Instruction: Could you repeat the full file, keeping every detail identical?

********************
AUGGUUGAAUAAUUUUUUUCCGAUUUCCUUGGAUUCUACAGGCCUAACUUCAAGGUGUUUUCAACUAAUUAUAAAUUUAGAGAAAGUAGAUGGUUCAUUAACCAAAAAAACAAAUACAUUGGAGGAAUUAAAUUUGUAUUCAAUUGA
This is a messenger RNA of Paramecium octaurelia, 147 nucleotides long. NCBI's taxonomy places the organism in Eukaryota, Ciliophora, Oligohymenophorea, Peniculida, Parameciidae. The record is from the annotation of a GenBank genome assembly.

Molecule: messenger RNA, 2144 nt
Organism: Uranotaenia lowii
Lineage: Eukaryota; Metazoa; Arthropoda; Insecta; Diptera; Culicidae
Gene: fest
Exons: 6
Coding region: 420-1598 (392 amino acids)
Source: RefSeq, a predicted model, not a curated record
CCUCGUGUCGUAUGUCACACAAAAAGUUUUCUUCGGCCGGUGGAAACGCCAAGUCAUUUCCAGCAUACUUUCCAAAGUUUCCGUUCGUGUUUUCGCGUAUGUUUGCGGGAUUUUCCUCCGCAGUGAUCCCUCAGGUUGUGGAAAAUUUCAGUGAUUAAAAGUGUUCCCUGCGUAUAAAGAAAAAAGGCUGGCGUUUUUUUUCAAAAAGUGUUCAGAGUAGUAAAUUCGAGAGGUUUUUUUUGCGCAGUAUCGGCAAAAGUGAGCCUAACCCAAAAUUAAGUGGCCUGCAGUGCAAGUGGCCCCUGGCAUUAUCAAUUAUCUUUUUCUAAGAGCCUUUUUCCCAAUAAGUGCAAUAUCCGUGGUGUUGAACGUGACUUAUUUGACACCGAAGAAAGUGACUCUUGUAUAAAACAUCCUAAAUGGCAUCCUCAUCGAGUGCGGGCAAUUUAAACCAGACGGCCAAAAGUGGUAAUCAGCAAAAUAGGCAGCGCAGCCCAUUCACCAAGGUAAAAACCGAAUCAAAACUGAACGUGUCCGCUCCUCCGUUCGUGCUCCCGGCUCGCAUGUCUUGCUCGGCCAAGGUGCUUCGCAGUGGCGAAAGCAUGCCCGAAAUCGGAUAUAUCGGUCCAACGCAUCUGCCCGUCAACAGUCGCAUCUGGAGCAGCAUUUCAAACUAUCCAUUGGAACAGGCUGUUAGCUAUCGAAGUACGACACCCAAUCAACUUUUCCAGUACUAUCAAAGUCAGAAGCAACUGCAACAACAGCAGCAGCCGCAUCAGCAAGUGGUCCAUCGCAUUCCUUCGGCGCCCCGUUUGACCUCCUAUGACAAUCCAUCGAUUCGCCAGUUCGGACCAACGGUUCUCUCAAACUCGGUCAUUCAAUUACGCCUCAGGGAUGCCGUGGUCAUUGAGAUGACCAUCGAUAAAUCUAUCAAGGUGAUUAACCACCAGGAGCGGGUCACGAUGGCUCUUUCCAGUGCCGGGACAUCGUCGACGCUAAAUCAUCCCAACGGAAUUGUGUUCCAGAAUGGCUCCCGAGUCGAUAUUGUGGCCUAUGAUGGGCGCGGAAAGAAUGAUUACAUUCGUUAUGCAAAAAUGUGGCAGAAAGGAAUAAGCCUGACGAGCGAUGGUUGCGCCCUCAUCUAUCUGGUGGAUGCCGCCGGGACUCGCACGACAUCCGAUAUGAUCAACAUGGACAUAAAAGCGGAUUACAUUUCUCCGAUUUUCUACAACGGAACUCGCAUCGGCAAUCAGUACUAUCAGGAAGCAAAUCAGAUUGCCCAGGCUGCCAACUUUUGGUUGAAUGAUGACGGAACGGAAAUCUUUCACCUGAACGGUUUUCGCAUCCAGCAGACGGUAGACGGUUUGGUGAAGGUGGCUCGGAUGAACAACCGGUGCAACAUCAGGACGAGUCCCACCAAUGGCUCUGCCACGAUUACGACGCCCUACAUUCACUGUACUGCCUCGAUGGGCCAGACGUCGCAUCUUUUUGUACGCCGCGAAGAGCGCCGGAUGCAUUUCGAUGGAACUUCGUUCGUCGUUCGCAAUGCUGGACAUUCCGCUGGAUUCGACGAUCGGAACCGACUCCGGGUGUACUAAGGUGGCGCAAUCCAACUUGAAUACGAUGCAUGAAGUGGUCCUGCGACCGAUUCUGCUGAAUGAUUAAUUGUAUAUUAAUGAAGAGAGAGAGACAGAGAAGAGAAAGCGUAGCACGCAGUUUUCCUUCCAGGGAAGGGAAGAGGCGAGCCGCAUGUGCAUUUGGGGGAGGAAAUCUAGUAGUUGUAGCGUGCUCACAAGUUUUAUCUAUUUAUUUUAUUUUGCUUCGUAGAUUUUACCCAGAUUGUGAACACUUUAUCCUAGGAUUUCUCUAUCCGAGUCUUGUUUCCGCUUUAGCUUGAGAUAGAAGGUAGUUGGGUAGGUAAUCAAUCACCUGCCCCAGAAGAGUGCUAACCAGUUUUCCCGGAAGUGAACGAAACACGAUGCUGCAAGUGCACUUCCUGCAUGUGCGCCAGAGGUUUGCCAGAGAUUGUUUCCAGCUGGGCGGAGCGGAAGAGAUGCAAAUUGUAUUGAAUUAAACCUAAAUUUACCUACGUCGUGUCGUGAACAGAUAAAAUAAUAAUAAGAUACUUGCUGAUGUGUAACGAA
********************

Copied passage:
AUGGUUGAAUAAUUUUUUUCCGAUUUCCUUGGAUUCUACAGGCCUAACUUCAAGGUGUUUUCAACUAAUUAUAAAUUUAGAGAAAGUAGAUGGUUCAUUAACCAAAAAAACAAAUACAUUGGAGGAAUUAAAUUUGUAUUCAAUUGA
This is a messenger RNA of Paramecium octaurelia, 147 nucleotides long. NCBI's taxonomy places the organism in Eukaryota, Ciliophora, Oligohymenophorea, Peniculida, Parameciidae. The record is from the annotation of a GenBank genome assembly.

Molecule: messenger RNA, 2144 nt
Organism: Uranotaenia lowii
Lineage: Eukaryota; Metazoa; Arthropoda; Insecta; Diptera; Culicidae
Gene: fest
Exons: 6
Coding region: 420-1598 (392 amino acids)
Source: RefSeq, a predicted model, not a curated record
CCUCGUGUCGUAUGUCACACAAAAAGUUUUCUUCGGCCGGUGGAAACGCCAAGUCAUUUCCAGCAUACUUUCCAAAGUUUCCGUUCGUGUUUUCGCGUAUGUUUGCGGGAUUUUCCUCCGCAGUGAUCCCUCAGGUUGUGGAAAAUUUCAGUGAUUAAAAGUGUUCCCUGCGUAUAAAGAAAAAAGGCUGGCGUUUUUUUUCAAAAAGUGUUCAGAGUAGUAAAUUCGAGAGGUUUUUUUUGCGCAGUAUCGGCAAAAGUGAGCCUAACCCAAAAUUAAGUGGCCUGCAGUGCAAGUGGCCCCUGGCAUUAUCAAUUAUCUUUUUCUAAGAGCCUUUUUCCCAAUAAGUGCAAUAUCCGUGGUGUUGAACGUGACUUAUUUGACACCGAAGAAAGUGACUCUUGUAUAAAACAUCCUAAAUGGCAUCCUCAUCGAGUGCGGGCAAUUUAAACCAGACGGCCAAAAGUGGUAAUCAGCAAAAUAGGCAGCGCAGCCCAUUCACCAAGGUAAAAACCGAAUCAAAACUGAACGUGUCCGCUCCUCCGUUCGUGCUCCCGGCUCGCAUGUCUUGCUCGGCCAAGGUGCUUCGCAGUGGCGAAAGCAUGCCCGAAAUCGGAUAUAUCGGUCCAACGCAUCUGCCCGUCAACAGUCGCAUCUGGAGCAGCAUUUCAAACUAUCCAUUGGAACAGGCUGUUAGCUAUCGAAGUACGACACCCAAUCAACUUUUCCAGUACUAUCAAAGUCAGAAGCAACUGCAACAACAGCAGCAGCCGCAUCAGCAAGUGGUCCAUCGCAUUCCUUCGGCGCCCCGUUUGACCUCCUAUGACAAUCCAUCGAUUCGCCAGUUCGGACCAACGGUUCUCUCAAACUCGGUCAUUCAAUUACGCCUCAGGGAUGCCGUGGUCAUUGAGAUGACCAUCGAUAAAUCUAUCAAGGUGAUUAACCACCAGGAGCGGGUCACGAUGGCUCUUUCCAGUGCCGGGACAUCGUCGACGCUAAAUCAUCCCAACGGAAUUGUGUUCCAGAAUGGCUCCCGAGUCGAUAUUGUGGCCUAUGAUGGGCGCGGAAAGAAUGAUUACAUUCGUUAUGCAAAAAUGUGGCAGAAAGGAAUAAGCCUGACGAGCGAUGGUUGCGCCCUCAUCUAUCUGGUGGAUGCCGCCGGGACUCGCACGACAUCCGAUAUGAUCAACAUGGACAUAAAAGCGGAUUACAUUUCUCCGAUUUUCUACAACGGAACUCGCAUCGGCAAUCAGUACUAUCAGGAAGCAAAUCAGAUUGCCCAGGCUGCCAACUUUUGGUUGAAUGAUGACGGAACGGAAAUCUUUCACCUGAACGGUUUUCGCAUCCAGCAGACGGUAGACGGUUUGGUGAAGGUGGCUCGGAUGAACAACCGGUGCAACAUCAGGACGAGUCCCACCAAUGGCUCUGCCACGAUUACGACGCCCUACAUUCACUGUACUGCCUCGAUGGGCCAGACGUCGCAUCUUUUUGUACGCCGCGAAGAGCGCCGGAUGCAUUUCGAUGGAACUUCGUUCGUCGUUCGCAAUGCUGGACAUUCCGCUGGAUUCGACGAUCGGAACCGACUCCGGGUGUACUAAGGUGGCGCAAUCCAACUUGAAUACGAUGCAUGAAGUGGUCCUGCGACCGAUUCUGCUGAAUGAUUAAUUGUAUAUUAAUGAAGAGAGAGAGACAGAGAAGAGAAAGCGUAGCACGCAGUUUUCCUUCCAGGGAAGGGAAGAGGCGAGCCGCAUGUGCAUUUGGGGGAGGAAAUCUAGUAGUUGUAGCGUGCUCACAAGUUUUAUCUAUUUAUUUUAUUUUGCUUCGUAGAUUUUACCCAGAUUGUGAACACUUUAUCCUAGGAUUUCUCUAUCCGAGUCUUGUUUCCGCUUUAGCUUGAGAUAGAAGGUAGUUGGGUAGGUAAUCAAUCACCUGCCCCAGAAGAGUGCUAACCAGUUUUCCCGGAAGUGAACGAAACACGAUGCUGCAAGUGCACUUCCUGCAUGUGCGCCAGAGGUUUGCCAGAGAUUGUUUCCAGCUGGGCGGAGCGGAAGAGAUGCAAAUUGUAUUGAAUUAAACCUAAAUUUACCUACGUCGUGUCGUGAACAGAUAAAAUAAUAAUAAGAUACUUGCUGAUGUGUAACGAA